31. When you try to discuss your life issues with your partner, does your partner change the subject so that you end up talking about your partner’s issues?
32. When you describe your feelings, does your partner try to top your feelings with his or her own stories?
33. Does your partner act jealous of you?
34. Does your partner lack empathy?
35. Does your partner only support things that reflect well on him or her?
36. Have you consistently felt a lack of emotional closeness with your partner?
37. Have you consistently questioned if your partner loves you?
38. Does your partner do considerate things for you only when others are around to witness that good behavior?
39. When something difficult happens in your life (for instance, an accident, illness, a divorce in your family or circle of friends), does your partner react with immediate concern about how it will affect him or her rather than with concern for you?
40. Is your partner overly conscious of what others think?
41. Do you feel used by your partner?
42. Do you feel responsible for your partner’s ailments or sicknesses?
43. Do you feel that your partner does not accept you?
44. Is your partner critical and judgmental of you and others?
45. Do you feel that your partner does not know and value the real you and does not want to know the real you?
46. Does your partner act as if the world should revolve around him or her?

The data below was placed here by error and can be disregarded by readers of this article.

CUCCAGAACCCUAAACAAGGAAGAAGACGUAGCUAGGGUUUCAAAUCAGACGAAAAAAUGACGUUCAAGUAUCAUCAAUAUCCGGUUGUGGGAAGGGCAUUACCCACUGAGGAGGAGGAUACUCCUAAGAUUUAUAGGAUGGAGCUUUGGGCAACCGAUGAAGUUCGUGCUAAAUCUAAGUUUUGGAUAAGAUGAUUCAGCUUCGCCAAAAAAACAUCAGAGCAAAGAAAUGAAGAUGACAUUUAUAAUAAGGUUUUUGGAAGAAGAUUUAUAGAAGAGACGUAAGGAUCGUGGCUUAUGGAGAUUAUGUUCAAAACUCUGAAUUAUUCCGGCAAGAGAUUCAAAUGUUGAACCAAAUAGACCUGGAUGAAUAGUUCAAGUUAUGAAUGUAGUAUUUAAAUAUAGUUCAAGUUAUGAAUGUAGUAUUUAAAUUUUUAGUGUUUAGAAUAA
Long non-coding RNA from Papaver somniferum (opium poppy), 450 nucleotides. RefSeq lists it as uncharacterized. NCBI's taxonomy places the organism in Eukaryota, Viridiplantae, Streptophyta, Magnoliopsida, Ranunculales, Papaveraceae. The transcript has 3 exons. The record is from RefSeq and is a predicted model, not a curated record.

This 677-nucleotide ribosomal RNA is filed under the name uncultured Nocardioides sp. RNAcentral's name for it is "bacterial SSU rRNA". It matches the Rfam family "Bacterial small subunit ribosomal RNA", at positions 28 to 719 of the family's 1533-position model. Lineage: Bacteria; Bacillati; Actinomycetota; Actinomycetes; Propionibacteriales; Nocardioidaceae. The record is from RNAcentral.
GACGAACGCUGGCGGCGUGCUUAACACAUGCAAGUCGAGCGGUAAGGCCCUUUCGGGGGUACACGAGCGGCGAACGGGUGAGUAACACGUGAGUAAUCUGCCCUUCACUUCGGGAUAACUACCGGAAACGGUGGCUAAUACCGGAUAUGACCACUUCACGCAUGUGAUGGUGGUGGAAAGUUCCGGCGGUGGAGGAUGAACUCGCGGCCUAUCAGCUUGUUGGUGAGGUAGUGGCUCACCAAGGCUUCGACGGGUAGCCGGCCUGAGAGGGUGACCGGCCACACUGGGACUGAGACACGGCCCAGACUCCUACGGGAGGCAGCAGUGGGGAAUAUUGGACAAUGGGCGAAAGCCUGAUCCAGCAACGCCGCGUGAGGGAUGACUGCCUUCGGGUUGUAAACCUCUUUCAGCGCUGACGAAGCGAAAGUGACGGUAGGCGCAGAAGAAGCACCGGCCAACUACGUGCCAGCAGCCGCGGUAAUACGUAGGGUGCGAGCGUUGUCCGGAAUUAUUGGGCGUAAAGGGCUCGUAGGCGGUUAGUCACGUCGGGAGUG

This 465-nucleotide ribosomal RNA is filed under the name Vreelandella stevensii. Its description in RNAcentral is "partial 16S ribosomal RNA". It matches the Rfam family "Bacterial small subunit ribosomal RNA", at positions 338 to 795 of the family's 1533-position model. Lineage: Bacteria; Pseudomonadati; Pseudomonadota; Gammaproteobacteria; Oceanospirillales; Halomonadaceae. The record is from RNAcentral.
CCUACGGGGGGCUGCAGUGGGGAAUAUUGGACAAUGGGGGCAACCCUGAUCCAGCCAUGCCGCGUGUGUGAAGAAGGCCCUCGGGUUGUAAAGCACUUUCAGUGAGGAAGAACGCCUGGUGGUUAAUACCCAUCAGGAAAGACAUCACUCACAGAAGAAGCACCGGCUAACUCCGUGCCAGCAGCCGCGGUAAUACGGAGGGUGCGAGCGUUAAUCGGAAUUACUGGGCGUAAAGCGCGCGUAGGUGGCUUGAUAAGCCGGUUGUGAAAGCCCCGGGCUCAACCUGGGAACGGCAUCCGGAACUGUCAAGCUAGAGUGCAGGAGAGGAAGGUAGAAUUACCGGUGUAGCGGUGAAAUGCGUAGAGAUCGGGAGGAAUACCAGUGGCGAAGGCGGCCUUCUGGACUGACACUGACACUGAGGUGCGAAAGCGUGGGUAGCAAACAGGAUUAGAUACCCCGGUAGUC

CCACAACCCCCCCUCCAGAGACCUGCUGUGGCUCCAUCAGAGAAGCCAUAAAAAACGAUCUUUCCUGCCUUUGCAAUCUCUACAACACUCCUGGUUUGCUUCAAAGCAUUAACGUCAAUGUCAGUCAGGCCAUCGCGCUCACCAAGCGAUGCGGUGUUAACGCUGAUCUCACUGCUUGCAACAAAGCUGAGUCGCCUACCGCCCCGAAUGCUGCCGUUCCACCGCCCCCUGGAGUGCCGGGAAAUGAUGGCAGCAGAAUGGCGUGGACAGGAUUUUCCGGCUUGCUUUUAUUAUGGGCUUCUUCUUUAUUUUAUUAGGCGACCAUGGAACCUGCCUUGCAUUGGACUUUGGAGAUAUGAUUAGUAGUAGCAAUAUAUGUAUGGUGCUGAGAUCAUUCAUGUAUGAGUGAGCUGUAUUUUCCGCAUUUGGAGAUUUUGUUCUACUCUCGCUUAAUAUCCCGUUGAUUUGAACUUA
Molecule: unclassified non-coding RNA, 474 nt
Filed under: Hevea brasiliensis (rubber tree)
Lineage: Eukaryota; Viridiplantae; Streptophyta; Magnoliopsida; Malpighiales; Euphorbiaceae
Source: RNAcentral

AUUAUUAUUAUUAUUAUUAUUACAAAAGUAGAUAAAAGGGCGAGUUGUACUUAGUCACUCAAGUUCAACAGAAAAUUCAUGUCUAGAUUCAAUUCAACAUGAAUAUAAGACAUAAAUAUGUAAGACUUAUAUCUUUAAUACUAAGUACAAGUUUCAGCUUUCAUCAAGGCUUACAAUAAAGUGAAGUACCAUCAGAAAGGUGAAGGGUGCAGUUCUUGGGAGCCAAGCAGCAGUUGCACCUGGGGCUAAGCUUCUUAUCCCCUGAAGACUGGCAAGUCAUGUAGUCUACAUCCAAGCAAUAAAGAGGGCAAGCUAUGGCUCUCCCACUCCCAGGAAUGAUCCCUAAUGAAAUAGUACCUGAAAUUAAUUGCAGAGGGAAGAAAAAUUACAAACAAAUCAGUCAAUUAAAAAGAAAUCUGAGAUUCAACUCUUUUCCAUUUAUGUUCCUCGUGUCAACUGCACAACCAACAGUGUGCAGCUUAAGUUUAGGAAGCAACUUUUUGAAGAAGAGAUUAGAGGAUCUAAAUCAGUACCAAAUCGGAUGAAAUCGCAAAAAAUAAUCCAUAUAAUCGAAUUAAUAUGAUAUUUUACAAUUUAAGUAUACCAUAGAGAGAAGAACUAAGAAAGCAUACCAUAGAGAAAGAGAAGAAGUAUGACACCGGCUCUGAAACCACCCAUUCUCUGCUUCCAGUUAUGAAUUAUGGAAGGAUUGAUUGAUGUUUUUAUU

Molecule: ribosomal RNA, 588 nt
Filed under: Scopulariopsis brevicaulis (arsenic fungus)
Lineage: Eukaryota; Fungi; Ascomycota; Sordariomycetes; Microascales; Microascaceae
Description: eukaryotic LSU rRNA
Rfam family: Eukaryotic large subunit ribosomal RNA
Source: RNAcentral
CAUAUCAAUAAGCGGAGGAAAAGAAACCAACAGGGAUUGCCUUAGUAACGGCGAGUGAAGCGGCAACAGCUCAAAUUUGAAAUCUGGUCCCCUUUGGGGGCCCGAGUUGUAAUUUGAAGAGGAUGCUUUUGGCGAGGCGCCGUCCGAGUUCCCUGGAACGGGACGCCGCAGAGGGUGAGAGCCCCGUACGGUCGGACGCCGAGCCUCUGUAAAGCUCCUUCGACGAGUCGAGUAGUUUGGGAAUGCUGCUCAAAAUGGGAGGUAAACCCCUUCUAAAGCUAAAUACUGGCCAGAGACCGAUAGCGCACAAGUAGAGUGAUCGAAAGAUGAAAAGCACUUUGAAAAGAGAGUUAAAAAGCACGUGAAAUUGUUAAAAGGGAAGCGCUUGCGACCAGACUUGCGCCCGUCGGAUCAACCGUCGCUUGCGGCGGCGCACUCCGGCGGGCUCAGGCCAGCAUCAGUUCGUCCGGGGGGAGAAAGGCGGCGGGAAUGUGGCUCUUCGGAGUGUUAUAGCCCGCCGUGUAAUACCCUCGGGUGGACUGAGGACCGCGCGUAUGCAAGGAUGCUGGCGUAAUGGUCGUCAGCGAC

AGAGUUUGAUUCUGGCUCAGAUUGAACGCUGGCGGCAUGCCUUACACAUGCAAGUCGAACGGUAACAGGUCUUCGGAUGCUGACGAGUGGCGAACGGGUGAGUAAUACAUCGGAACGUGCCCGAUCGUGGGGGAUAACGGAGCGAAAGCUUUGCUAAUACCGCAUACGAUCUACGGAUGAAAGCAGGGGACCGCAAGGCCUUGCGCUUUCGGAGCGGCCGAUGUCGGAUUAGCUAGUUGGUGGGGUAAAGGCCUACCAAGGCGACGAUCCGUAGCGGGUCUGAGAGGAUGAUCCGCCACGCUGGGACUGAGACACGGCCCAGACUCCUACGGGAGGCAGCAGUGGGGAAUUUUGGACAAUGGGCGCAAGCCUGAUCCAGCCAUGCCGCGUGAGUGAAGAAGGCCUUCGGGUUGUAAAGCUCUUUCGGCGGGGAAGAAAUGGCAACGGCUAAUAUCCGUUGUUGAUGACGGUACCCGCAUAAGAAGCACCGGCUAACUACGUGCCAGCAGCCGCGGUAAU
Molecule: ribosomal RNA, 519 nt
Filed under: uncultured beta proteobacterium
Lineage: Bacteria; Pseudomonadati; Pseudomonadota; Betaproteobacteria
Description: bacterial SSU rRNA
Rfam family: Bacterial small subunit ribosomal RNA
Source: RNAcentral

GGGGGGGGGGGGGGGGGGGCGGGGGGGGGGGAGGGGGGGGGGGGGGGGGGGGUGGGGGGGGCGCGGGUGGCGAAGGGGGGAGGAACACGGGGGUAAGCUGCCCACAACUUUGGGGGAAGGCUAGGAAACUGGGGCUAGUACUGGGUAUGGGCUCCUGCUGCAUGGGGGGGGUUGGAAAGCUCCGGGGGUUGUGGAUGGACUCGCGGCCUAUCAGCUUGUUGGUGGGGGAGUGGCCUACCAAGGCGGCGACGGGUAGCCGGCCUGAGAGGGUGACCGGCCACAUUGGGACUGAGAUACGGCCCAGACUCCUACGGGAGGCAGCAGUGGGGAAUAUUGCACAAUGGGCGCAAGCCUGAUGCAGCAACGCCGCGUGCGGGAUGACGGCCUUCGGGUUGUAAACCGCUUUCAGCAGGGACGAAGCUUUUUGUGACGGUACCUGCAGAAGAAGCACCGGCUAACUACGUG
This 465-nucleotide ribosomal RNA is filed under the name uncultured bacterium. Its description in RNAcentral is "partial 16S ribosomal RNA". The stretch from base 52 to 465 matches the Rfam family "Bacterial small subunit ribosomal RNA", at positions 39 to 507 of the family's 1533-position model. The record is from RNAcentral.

47. Does your partner appear phony to you?
48. Does your partner swing from grandiosity to a depressed mood?
49. Does your partner try to compete with you?
5. Does your partner always have to have things his or her way?
As one of my clients commented, “If you have ever awakened at 3 a.m. with heart pounding and a vivid certainty that you must end the relationship with the person sleeping next to you, but the next day continued on as if such middle-of-the-night thoughts were just a bad dream, then you may need some help with the struggle of what to do next. The surreal Alice in Wonderland quality of living with a narcissist is not something we are born knowing how to deal with or even understand.”
Of course, there is hope and healing and if you determine you are struggling with an emotionally abusive relationship I encourage you to reach out, get help, and learn as much as you can about this insidious disorder. You deserve to be loved and cherished, as do your children.
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